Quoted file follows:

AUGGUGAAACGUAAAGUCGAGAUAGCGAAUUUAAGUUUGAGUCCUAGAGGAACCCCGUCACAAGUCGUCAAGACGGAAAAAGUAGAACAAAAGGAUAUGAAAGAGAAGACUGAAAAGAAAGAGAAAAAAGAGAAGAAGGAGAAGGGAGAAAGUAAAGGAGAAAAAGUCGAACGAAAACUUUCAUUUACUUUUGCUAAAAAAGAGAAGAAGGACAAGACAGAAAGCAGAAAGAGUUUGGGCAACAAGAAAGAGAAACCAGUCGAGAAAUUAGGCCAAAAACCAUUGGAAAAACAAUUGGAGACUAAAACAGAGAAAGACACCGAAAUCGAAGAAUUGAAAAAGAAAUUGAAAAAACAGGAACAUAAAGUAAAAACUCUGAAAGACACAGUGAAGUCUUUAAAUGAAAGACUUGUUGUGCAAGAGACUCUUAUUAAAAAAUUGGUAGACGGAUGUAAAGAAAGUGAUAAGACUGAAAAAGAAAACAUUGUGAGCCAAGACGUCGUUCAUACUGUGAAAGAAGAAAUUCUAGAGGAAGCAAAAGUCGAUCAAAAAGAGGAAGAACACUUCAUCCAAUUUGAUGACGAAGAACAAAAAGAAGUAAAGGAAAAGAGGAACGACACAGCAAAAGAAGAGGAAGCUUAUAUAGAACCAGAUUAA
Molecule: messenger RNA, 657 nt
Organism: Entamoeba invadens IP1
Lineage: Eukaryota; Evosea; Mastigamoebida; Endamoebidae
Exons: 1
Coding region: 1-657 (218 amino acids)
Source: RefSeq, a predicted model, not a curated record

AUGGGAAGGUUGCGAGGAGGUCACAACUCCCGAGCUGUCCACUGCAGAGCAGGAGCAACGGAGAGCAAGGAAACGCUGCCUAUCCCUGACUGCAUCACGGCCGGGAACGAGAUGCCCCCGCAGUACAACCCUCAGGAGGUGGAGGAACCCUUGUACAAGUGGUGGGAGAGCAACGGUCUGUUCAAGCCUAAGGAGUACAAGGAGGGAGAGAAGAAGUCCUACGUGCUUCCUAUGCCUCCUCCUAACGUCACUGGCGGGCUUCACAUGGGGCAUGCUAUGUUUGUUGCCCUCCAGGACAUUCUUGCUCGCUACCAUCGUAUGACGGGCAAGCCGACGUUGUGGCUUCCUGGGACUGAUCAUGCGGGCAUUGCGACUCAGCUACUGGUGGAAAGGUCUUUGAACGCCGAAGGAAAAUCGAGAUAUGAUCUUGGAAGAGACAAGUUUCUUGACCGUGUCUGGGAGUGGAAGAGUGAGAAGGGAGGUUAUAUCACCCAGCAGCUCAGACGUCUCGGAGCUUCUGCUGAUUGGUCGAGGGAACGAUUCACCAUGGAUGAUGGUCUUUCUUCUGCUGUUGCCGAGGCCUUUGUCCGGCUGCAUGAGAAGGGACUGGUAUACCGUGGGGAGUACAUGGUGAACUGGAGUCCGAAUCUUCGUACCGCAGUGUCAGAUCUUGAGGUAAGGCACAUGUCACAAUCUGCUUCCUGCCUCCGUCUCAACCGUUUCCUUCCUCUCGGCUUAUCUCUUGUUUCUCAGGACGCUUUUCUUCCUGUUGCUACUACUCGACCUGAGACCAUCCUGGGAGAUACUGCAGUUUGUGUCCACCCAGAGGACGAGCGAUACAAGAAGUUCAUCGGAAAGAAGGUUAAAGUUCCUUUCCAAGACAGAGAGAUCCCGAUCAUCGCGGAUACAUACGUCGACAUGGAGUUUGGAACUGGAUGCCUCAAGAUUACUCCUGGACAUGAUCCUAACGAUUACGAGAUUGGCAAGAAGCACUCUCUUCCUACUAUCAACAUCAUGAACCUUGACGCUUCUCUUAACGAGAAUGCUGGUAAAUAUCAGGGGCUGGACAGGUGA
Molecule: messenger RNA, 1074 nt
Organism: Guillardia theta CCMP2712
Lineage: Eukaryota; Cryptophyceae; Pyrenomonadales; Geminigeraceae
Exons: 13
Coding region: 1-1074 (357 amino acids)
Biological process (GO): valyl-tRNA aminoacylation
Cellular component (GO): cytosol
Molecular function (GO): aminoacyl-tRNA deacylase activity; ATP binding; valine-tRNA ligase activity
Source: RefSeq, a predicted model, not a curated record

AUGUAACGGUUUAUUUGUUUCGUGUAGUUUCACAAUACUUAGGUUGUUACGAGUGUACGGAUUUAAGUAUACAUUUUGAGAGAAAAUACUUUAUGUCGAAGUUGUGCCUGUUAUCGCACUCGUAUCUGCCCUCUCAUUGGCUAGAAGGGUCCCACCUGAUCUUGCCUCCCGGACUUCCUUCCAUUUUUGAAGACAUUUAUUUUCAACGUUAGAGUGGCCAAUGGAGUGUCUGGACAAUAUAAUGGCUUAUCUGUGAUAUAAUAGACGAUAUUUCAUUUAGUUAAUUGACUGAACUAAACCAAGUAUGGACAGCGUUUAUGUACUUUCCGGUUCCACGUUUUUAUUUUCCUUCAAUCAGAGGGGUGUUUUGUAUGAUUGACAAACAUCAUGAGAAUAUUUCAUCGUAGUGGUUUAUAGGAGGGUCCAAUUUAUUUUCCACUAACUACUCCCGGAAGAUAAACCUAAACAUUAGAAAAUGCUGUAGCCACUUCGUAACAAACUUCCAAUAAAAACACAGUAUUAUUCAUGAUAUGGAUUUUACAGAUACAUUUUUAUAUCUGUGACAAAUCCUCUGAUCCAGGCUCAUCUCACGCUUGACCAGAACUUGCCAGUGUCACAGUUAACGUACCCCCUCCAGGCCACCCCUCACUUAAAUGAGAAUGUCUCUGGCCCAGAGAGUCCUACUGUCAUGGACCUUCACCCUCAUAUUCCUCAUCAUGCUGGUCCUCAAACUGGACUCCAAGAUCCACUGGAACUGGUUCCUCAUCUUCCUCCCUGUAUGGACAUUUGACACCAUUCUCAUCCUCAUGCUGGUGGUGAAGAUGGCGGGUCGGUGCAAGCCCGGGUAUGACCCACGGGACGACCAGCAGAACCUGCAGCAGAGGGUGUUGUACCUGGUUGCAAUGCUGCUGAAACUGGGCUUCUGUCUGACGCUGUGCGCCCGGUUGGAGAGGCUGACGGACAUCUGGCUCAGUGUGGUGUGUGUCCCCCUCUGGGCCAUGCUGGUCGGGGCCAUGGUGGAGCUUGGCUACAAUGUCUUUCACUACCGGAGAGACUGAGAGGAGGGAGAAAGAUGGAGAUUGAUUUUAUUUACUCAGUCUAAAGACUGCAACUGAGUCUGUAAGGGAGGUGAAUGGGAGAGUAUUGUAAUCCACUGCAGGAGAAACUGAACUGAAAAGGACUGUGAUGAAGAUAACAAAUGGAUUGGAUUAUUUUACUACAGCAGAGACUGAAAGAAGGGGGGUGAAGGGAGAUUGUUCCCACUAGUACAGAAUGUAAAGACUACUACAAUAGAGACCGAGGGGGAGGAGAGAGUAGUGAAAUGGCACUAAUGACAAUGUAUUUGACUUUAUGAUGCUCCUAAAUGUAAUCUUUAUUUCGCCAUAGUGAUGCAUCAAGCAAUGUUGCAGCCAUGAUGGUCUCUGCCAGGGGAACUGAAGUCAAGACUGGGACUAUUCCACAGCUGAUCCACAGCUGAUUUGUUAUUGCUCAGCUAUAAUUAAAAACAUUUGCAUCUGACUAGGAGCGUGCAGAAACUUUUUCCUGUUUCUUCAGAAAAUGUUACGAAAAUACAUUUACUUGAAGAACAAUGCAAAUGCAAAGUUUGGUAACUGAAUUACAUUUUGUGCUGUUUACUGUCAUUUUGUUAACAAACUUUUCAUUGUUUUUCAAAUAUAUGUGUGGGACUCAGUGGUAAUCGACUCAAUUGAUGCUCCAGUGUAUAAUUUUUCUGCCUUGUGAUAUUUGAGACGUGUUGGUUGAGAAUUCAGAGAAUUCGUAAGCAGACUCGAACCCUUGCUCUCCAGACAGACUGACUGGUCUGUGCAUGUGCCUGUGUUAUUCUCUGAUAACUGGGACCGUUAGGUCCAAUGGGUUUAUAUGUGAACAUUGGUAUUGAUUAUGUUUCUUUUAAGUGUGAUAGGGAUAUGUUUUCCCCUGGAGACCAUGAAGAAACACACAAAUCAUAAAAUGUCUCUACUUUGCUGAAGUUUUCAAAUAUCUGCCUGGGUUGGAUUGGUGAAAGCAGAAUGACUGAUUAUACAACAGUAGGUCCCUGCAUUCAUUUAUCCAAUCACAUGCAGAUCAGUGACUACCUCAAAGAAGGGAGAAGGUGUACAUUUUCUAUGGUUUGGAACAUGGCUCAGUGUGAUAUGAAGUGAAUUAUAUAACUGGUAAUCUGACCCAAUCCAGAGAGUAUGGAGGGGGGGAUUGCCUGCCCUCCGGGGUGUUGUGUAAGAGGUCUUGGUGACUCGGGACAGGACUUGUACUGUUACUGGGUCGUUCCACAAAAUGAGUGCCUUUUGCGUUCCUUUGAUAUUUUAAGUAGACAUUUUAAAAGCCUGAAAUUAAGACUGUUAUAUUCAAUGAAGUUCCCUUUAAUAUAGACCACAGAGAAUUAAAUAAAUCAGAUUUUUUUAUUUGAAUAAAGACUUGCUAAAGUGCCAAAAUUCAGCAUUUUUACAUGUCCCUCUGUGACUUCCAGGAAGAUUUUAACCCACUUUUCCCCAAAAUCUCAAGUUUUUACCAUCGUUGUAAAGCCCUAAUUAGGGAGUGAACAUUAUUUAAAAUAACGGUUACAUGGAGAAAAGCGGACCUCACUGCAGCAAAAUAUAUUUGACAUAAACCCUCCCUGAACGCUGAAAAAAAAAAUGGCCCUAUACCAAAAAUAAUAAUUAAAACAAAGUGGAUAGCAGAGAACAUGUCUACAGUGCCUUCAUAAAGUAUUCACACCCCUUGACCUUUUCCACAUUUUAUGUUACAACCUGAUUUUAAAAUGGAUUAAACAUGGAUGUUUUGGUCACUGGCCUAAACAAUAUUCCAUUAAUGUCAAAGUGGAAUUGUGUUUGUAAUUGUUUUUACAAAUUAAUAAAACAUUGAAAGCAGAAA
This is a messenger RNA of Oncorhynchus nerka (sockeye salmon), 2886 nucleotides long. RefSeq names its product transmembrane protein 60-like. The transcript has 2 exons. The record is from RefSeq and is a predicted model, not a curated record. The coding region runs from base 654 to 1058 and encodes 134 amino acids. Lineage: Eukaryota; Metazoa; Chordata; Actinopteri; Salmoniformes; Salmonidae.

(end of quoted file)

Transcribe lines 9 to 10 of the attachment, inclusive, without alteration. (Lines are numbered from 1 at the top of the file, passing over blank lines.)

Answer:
Molecule: messenger RNA, 1074 nt
Organism: Guillardia theta CCMP2712